As retail insurance agents and risk managers, we experience the full gambit of public opinion regarding the public’s perception of vehicle telematics. As expected, our firm is made up of team members who conduct sales and service for families and commercial companies, so each and every one of us have our personal opinions! However, separate from our personal opinions, the risks and benefits of driving behavior monitoring are to be reckoned with, when it comes to insurance company strategy.
Regardless of our personal opinions, insurers are investing heavily into vehicle telematics, which is comprised of electronic hardware, smart phone applications, cellular service links, proprietary service analysis of movement factors, insurance company “black box” analysis, actuarial factors that calculate risk and therefore premium discounts and surcharges, and the communications chain from the insurance companies back to retail agents and ultimately the policyholders. That’s a lot of links in a chain, whose steps and routes to and from vary widely!
The bottom line? Insurers are attracted to families and businesses that are willing to allow for driver behavior analysis. By virtue of the fact that some decision makers will allow the insurance company to monitor certain clearly outlined behaviors identifies those families and businesses as “better risks”.
What do they measure? For the most part, four basic forces of inertia are measured:
- Pace of take off from a stopped position. (drag racer?)
- Abruptness of slowing and stopping. (tailgating?)
- “Yaw” of vehicle while underway. (leaning of vehicles while turning and negotiating curves.)
- Time of activity. (Do covered vehicles drive from point to point at 2am nightly? Or are drivers of the vehicles clearly in bed by 8pm?)
Most consumers can brainstorm with some subjectivity as to how and why these factors can spike risk for insurance companies, right?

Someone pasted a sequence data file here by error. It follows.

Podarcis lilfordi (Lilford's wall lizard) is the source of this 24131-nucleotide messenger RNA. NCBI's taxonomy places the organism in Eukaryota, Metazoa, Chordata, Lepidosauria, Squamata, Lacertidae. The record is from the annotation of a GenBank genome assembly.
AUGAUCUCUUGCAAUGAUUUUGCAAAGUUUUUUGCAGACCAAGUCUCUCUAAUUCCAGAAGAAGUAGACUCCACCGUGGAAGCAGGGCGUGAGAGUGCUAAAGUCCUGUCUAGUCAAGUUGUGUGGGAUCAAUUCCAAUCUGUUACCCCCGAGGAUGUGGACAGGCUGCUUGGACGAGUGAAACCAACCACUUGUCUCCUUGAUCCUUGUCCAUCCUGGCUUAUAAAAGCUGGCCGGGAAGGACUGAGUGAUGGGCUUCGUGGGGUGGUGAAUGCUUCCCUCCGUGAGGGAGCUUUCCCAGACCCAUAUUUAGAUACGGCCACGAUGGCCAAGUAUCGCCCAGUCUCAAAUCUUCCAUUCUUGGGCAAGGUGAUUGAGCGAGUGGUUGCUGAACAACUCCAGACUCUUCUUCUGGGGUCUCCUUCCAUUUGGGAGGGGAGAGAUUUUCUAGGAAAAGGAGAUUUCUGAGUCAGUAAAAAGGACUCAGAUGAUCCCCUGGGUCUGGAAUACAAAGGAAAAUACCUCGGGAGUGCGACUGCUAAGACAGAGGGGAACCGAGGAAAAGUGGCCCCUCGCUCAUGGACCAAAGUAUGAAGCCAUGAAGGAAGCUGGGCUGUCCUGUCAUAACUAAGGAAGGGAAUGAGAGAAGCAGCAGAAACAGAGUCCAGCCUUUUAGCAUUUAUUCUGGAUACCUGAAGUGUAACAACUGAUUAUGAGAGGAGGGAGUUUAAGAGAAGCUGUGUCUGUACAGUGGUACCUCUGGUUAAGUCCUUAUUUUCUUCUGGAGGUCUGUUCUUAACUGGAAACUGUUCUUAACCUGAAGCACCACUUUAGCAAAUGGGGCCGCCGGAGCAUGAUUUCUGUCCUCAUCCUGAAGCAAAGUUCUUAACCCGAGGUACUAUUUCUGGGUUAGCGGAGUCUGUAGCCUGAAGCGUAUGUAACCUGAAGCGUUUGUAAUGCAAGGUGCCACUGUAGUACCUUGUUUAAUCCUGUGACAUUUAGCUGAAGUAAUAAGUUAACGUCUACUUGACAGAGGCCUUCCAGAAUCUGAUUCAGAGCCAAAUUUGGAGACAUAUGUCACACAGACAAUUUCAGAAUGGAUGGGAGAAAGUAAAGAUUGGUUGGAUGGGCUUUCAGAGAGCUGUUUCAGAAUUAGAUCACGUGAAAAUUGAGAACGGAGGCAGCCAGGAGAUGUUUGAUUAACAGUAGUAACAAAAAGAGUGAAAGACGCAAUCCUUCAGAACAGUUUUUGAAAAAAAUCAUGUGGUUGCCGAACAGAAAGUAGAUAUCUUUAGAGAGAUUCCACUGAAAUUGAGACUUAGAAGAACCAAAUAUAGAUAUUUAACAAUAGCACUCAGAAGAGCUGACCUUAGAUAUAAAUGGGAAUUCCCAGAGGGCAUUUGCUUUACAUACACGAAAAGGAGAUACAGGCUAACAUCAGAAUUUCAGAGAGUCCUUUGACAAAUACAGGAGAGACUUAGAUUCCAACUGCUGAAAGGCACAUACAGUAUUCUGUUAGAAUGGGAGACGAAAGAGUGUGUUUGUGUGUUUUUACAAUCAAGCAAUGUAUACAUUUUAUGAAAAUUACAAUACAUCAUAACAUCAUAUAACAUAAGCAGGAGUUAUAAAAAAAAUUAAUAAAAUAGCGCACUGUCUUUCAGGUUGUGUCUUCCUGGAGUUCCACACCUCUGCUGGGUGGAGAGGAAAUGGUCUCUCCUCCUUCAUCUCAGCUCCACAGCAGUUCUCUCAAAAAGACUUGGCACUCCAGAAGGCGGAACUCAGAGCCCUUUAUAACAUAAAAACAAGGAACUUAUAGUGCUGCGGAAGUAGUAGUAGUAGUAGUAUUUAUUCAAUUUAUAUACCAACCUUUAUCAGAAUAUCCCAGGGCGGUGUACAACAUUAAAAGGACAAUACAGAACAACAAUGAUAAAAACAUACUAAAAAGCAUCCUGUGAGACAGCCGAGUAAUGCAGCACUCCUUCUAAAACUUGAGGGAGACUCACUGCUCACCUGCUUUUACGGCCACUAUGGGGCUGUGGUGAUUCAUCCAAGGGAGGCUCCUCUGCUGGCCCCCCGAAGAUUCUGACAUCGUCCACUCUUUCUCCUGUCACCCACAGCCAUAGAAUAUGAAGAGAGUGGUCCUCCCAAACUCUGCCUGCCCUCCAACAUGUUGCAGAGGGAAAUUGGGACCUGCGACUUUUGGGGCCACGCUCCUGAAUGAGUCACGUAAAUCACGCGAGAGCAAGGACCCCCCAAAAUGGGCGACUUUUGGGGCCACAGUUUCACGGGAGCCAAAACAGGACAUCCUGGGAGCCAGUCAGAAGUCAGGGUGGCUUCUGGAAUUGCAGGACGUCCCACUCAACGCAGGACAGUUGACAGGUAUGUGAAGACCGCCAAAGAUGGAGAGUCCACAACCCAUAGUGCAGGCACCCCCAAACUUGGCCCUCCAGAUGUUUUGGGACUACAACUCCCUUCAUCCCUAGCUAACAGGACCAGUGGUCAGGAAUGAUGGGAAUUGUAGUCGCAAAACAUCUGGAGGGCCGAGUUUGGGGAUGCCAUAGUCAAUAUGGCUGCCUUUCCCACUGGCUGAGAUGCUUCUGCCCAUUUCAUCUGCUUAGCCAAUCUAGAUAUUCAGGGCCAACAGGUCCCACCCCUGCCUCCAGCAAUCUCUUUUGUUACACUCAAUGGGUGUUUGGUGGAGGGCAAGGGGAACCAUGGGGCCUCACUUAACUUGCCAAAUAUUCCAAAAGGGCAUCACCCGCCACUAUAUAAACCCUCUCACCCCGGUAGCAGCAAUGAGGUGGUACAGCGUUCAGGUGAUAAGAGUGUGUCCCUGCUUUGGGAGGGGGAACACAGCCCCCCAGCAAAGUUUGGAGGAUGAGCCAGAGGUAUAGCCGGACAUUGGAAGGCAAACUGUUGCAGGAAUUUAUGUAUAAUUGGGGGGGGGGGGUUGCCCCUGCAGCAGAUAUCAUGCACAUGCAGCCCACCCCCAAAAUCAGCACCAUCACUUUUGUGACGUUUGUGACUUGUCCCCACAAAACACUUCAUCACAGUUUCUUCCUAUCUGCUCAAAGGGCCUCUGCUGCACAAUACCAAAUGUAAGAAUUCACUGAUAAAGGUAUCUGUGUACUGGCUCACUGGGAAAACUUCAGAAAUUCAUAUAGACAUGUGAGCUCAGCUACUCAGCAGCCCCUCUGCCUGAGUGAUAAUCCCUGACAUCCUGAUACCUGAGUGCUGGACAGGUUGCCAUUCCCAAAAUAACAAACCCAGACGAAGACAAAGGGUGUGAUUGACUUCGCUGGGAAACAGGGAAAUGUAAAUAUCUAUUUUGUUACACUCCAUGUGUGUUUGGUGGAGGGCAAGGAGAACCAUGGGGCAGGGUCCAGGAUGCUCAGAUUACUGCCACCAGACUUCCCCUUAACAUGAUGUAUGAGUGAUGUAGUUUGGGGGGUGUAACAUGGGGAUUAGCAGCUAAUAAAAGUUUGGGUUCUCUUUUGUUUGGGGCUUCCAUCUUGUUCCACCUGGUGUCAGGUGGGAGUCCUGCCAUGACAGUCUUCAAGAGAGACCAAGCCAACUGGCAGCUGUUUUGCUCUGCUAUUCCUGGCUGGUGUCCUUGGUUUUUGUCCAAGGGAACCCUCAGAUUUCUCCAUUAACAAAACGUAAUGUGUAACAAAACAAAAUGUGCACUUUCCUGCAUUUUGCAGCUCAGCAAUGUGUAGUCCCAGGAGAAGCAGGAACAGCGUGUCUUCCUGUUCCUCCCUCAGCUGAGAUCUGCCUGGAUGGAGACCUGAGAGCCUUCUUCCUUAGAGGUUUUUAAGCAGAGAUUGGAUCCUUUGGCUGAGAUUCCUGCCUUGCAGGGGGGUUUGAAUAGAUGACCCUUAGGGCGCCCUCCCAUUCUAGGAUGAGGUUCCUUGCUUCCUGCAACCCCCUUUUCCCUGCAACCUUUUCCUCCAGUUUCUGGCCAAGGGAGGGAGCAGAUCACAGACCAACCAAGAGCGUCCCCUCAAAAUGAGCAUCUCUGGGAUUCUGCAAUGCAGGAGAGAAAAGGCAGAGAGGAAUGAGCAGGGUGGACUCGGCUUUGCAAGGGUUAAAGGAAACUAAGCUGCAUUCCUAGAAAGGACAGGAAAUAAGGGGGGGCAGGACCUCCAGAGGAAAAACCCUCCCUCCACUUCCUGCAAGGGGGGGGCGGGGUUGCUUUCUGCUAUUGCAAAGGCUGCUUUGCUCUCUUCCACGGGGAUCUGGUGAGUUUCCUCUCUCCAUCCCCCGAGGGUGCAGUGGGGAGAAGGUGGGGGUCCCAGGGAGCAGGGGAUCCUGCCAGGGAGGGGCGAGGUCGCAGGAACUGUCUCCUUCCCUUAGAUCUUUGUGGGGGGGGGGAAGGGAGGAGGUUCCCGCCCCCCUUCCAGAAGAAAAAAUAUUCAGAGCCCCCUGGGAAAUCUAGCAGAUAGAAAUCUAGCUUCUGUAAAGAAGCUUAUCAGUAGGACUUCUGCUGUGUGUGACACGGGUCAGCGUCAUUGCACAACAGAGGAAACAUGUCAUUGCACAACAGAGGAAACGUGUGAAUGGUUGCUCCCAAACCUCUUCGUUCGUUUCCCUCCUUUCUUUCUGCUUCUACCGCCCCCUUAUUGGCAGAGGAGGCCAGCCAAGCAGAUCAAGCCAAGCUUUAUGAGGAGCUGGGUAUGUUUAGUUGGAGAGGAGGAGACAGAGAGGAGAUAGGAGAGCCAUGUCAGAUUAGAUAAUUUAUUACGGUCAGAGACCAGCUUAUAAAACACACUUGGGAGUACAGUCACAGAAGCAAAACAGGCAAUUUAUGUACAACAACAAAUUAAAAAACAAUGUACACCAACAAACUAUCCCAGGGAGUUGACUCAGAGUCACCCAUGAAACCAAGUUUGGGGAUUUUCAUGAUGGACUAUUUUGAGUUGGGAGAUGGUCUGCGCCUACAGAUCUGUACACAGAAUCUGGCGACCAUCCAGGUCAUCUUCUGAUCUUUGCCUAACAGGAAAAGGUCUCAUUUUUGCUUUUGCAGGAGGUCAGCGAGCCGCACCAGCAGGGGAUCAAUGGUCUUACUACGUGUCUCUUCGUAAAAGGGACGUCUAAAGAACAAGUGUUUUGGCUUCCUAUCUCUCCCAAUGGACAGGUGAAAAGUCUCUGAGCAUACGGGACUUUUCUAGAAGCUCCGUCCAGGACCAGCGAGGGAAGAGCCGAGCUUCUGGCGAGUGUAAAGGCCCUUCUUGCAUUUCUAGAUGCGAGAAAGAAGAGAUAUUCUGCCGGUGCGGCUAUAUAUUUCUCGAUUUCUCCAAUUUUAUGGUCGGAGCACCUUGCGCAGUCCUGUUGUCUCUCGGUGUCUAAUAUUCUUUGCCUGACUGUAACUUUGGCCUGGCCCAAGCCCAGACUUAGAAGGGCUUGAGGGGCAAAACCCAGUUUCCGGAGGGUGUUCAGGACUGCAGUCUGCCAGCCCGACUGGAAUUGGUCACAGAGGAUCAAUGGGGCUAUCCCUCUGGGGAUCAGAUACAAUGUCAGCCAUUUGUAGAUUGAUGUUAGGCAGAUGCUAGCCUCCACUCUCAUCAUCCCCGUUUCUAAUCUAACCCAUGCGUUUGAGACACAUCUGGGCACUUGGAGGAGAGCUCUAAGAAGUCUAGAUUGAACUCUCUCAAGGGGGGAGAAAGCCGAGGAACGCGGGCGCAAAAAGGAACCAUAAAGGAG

If one thinks about these four criteria, most of us could generate circumstances where these items could be clearly linked to risks, and therefore financial outcomes over time. Furthermore, all of the criteria are fluid, meaning that everyone has to slam on the brakes sooner or later due to debris in the roadway, or has found themselves in the incorrect lane to make am important turn, so has to gun the gas pedal to switch lanes and navigate as deemed appropriate. Patterns however are what drive claims. Someone who follows too closely for 20 miles every morning between 8:30am and 8:50am during their commute is bound to rear-end the car(s) in front of them, and perhaps multiple times.
Many of us drive smart cars that record a significant volume of statistics, decisions, and situations, as what car manufacturers see as their empirical data if and when they need to defend their product from an attack of their vehicles due to some sort of manufacturing defect. If we could save premium dollars by allowing our company to analyze how we drive, why shouldn’t we? (Heaven knows our Androids and iPhones already know where we are, who we are with, where we shop, what we look at online, etc.)
Make sense? Have opinions? Do you want to have a discussion with one of our agents about pursuing additional car insurance discounts by submitting to analysis? Sometimes any reasonable discount is worthy of substantial consideration. Claims are not decreasing, nor are the repair costs.
Contact us by phone, e-mail, or SMS text to talk about your policies.